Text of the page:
As the result of the situation that existed before the 20th of June, when I made the proposal for a holiday, the people in Germany had started a flight of the mark as it is called. That is an inheritance from 8 years ago when the value of the mark disappeared, and the natural tendency of the people when they see any disturbance coming on, as evidenced by the visit of the German Minister to London, 3 for instance, is to immediately endeavor to cover their marks in foreign currency. That created an instant strain on the exchange market, but worse than that, it created a feeling amongst the holders of these acceptances that the situation in Germany was disturbing, and a good many of those holders presented them on their expiration for payment, and they were not prepared to take renewed acceptances.

3 German Chancellor Heinrich Bruning and Minister of Foreign Affairs Julius Curtius visited Great Britain from July 5 to 10, 1931.

So you have two strains there--the first one over the flight of capital-the flight of the mark by the threats of disturbances inside Germany, to secure foreign exchange in a panic that the mark might depreciate, and then its reaction abroad. And that, of course, multiplied the exchange difficulties, and as you know, resulted in a large drainage of gold reserves and exchange from Germany.

The announcement of June 20 brought that state of feeling to an end, and it remained sound for 4 or 5 days. The movement of exchange was normal, but the delays in coming to a conclusion again recreated fear in Germany, and then the fall of the mark started over again with its repercussions abroad again. So that those strains finally developed into a more or less popular panic, which began on Monday.

Now, the German Government has taken very strong measures to curtail the internal flight of the mark and to stop the panic by giving more time to have it over and by guarantees of bank deposits, and a whole long list of activities, which we all hope are going to bring that internal panic to an end.

Now, that is sort of an isolated question. That is a matter the Germans have got to solve for themselves. Foreign banking discussions with foreign bankers are continuing. Naturally, the foreign banks await the result of these measures in Germany, and so far as our bankers are concerned, they naturally await the consideration of some sort of definite plan, in which the European banks, being on the ground, necessarily have to take the lead and our people assist. There have been no pledges taken in that direction, but everybody is of the mind to help. Those discussions are still going on, so that except for possible minor contradictions in public opinion between France and Germany, the situation is one of just a purely internal and domestic question of banking crisis inside Germany, which is not based on the fact that the German banks are not sound or that the Government cannot get through it but to a panic feeling among the people. And, as I have said, that feeling is internal. It cannot be cured by any amount of action on our part. The general tendency in all of these situations is to rather overexaggerate them. They find their solution in rotation, and I am very much in hopes that the activities of the German Government are going to solve the domestic problem they are confronted with. Their government is in no difficulty. Their budget is amply balanced by action taken. So that they have one particular problem, and the problem is one then of foreign exchange and local panic conditions, with a sound financial background behind it.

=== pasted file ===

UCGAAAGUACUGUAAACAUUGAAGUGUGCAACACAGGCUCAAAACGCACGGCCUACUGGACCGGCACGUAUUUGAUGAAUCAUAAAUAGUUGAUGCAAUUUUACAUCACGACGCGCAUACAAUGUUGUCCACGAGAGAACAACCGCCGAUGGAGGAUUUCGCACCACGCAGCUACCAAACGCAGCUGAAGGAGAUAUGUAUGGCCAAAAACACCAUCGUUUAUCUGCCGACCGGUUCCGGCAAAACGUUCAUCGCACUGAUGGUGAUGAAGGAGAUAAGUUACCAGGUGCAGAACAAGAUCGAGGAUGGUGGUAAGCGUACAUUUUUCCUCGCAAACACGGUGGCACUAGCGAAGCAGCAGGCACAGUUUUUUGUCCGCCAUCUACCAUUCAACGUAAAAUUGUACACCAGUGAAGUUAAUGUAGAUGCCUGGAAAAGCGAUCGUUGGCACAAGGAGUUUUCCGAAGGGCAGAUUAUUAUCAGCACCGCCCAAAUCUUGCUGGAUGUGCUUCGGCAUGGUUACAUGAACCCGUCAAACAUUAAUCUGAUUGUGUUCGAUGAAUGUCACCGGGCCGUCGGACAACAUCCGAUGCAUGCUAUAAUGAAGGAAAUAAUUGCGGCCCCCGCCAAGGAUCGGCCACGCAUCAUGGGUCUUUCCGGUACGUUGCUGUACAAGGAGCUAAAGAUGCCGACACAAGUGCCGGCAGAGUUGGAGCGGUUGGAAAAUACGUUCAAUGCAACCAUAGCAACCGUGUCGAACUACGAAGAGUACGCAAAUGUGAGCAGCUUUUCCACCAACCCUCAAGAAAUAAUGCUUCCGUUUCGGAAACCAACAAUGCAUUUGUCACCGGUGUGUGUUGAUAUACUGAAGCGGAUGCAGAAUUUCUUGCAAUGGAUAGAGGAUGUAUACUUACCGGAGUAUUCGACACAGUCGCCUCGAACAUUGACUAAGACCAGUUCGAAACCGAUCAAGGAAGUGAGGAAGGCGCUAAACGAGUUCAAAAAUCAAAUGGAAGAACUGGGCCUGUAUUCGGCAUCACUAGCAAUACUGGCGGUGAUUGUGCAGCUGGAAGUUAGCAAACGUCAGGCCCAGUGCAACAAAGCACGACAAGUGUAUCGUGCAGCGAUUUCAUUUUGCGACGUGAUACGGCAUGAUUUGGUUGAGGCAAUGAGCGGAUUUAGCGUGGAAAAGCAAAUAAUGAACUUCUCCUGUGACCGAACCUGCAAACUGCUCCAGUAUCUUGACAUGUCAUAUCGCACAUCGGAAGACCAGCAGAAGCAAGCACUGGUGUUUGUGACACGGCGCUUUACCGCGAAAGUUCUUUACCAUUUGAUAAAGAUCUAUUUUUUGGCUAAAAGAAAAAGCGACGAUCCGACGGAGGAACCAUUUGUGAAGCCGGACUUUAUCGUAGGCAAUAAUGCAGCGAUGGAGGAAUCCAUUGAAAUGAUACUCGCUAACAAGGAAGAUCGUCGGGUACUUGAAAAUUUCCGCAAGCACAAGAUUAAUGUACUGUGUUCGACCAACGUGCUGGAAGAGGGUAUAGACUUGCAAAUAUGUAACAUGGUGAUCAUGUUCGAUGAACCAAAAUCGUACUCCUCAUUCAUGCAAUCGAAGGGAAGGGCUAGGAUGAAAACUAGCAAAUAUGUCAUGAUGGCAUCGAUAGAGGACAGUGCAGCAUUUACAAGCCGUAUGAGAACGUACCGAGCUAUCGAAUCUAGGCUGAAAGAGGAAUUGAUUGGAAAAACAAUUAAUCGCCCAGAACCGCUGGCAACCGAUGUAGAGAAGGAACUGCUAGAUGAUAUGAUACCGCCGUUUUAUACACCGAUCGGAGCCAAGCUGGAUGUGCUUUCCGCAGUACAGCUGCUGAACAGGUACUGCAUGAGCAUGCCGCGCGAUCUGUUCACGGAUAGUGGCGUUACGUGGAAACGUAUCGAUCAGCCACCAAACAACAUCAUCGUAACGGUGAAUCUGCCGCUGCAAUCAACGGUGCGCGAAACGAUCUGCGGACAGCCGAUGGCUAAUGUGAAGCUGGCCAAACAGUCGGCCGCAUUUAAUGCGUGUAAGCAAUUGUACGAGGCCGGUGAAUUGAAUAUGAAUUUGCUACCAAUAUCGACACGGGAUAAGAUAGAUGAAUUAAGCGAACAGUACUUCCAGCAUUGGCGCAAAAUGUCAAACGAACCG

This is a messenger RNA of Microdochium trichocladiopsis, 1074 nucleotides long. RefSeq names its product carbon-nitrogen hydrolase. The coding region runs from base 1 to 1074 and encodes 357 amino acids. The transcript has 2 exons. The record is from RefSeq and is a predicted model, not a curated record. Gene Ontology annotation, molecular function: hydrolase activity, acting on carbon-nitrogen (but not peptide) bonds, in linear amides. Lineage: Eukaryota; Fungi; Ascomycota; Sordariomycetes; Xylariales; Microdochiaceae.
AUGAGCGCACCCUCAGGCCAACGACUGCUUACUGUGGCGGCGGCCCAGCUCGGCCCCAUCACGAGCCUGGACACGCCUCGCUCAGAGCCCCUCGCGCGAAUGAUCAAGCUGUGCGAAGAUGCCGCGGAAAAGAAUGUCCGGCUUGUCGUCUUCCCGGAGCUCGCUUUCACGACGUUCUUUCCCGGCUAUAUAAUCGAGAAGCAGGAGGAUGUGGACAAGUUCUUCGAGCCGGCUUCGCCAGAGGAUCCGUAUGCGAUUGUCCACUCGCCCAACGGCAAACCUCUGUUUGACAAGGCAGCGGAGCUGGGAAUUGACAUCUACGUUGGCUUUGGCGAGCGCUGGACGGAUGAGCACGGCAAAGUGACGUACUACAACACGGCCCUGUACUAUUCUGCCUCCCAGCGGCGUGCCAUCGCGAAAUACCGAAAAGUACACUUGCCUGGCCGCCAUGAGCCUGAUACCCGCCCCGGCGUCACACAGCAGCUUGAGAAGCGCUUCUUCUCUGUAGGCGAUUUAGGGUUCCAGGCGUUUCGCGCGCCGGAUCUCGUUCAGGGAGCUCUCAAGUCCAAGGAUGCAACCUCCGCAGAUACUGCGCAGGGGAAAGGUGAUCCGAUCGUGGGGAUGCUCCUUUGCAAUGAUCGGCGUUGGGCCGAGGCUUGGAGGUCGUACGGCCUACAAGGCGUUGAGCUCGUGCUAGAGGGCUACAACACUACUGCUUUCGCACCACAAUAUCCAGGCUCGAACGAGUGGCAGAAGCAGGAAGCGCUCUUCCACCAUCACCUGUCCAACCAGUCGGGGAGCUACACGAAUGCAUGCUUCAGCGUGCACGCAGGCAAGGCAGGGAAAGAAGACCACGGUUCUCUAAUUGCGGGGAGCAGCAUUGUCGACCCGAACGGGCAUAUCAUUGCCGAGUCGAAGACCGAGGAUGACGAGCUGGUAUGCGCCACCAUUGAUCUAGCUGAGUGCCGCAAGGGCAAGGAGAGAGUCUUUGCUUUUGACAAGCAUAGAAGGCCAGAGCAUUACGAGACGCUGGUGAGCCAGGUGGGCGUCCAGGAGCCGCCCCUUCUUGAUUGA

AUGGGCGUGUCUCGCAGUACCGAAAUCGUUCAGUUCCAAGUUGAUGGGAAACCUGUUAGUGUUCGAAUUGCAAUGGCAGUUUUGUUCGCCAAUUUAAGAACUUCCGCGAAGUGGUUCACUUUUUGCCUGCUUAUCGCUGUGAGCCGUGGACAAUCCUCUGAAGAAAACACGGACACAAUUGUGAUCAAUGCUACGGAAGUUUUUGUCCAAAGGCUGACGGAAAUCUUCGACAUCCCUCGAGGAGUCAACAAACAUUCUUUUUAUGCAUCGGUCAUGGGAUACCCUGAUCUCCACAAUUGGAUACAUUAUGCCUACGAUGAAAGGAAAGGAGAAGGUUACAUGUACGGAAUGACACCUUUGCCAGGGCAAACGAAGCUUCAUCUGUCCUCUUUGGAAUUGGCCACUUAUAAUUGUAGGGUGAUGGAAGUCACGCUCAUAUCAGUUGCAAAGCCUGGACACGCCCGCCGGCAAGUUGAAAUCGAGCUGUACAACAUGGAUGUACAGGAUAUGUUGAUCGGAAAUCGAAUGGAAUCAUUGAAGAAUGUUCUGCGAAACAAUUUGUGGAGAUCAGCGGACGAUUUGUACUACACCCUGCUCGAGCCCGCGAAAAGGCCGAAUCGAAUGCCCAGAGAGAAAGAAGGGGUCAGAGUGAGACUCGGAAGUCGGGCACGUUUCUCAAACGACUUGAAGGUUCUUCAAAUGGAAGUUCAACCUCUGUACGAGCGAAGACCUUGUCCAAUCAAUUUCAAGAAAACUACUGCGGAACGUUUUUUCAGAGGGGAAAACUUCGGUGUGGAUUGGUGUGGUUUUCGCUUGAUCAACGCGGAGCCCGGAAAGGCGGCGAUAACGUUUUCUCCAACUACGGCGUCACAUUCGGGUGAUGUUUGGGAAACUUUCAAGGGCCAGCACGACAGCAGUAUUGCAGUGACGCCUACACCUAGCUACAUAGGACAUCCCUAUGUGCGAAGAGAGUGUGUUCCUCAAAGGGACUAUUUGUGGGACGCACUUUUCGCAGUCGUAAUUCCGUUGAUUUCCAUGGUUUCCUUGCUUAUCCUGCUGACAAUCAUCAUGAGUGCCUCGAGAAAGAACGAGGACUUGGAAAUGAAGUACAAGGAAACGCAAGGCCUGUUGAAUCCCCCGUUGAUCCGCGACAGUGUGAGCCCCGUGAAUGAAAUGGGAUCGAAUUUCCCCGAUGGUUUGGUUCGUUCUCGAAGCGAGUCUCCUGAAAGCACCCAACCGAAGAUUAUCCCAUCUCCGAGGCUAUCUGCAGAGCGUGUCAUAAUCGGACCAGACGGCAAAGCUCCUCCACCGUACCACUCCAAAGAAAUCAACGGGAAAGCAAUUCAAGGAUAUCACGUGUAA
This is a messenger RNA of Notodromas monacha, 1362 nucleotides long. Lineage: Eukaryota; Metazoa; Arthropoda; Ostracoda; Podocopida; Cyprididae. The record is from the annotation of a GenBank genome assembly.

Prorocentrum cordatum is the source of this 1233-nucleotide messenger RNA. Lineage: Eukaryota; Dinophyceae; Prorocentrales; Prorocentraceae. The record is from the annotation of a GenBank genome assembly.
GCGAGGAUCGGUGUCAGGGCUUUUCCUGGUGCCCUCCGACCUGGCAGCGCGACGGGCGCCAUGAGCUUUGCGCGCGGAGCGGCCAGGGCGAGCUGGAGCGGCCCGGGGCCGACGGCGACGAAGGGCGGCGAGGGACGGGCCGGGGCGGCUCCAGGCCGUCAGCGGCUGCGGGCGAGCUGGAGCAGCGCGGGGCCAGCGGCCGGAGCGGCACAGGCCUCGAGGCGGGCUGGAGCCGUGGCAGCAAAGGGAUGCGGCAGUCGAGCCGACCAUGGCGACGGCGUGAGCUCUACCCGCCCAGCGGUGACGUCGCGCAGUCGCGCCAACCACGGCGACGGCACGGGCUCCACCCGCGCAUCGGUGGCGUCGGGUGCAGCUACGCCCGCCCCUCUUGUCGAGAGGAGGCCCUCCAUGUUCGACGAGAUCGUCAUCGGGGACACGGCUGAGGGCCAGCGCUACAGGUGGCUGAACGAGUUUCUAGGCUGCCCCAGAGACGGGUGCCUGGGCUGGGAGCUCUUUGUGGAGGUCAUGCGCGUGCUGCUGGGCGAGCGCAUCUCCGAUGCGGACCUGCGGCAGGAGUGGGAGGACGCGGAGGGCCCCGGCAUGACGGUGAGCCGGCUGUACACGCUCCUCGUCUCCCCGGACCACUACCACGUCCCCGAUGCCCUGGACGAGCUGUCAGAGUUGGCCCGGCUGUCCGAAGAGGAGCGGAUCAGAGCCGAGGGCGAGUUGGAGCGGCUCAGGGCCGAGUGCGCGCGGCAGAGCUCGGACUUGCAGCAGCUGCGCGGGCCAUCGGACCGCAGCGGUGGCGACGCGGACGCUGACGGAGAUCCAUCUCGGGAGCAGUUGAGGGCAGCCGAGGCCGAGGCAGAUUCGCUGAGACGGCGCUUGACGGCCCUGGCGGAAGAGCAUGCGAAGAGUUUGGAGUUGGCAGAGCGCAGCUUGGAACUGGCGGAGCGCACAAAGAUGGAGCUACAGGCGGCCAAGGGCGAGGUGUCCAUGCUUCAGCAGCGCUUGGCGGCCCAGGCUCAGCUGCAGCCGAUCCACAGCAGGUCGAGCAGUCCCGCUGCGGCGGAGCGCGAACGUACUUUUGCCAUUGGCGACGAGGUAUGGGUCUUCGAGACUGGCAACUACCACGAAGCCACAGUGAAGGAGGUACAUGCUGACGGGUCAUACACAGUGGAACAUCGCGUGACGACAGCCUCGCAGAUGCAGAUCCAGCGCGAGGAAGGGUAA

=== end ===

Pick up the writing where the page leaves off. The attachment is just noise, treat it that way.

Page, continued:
Time always helps in these things, and there is no occasion for any exaggerated anxiety about it. Of course, it is a matter that concerns us all very greatly. We want to see a solution for it. It retards the world generally and creates necessarily weakened or insecure commodities and securities, and all that sort of thing, but my own impression is that time solves these things, and cooperation if it can be developed helps out. That is the situation as I see it. I hope it will be of help to you.

Note: President Hoover's two hundredth news conference was held in the White House at 12 noon on Tuesday, July 14, 1931.

Herbert Hoover, The President's News Conference Online by Gerhard Peters and John T. Woolley, The American Presidency Project https://www.presidency.ucsb.edu/node/211520